0215 GMT February 23, 2020
Opioid overdoses were confirmed to have killed 1,465 people and suspected to have killed another 514 over the course of the year, according to an annual report on the crisis released by the state’s Department of Public Health. This represents a roughly 13 percent increase over 2015, masslive.com reported.
Fentanyl— a synthetic opioid often mixed with or sold as a substitute for heroin, contributed to 75 percent of these deaths — making it the prime suspect in the ballooning death toll, especially considering heroin-deaths dipped.
Fentanyl can be 50 to 100 times stronger than heroin. Fifty percent of those who died tested positive for heroin, indicating the two drugs are often mixed.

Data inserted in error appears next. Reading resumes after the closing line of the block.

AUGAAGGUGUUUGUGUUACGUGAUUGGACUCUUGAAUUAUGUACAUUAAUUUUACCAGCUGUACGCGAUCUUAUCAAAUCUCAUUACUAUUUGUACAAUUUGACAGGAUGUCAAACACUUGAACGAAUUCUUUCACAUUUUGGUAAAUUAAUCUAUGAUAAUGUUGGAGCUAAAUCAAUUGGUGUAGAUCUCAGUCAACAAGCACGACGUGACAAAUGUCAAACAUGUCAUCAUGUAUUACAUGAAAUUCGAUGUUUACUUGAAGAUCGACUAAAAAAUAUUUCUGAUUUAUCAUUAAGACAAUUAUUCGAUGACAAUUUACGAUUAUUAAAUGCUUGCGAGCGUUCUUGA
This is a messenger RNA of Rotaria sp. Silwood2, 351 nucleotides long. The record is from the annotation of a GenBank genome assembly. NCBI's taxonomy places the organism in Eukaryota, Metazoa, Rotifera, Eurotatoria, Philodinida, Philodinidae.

The development comes even as more and more treatment organizations add beds to live-in facilities in an attempt to combat addiction and first responders across the Bay State have equipped themselves with drugs like Narcan, which quickly halt overdoses by blocking the body's opioid receptors.
In 2015, opioid-related deaths in Massachusetts hit 1,751, with 1,597 confirmed by the medical examiner.
Gov. Charlie Baker has made fighting opiate addiction a signature issue, upping state spending on abuse prevention and treatment from $120 to $180 million since taking office in 2015.
Heroin deaths outpaced gun deaths nationwide for the first time since 1999.
12,989 Americans died from heroin-related causes in 2015, and 12,979 died from firearms. Overall opioid deaths topped 33,000.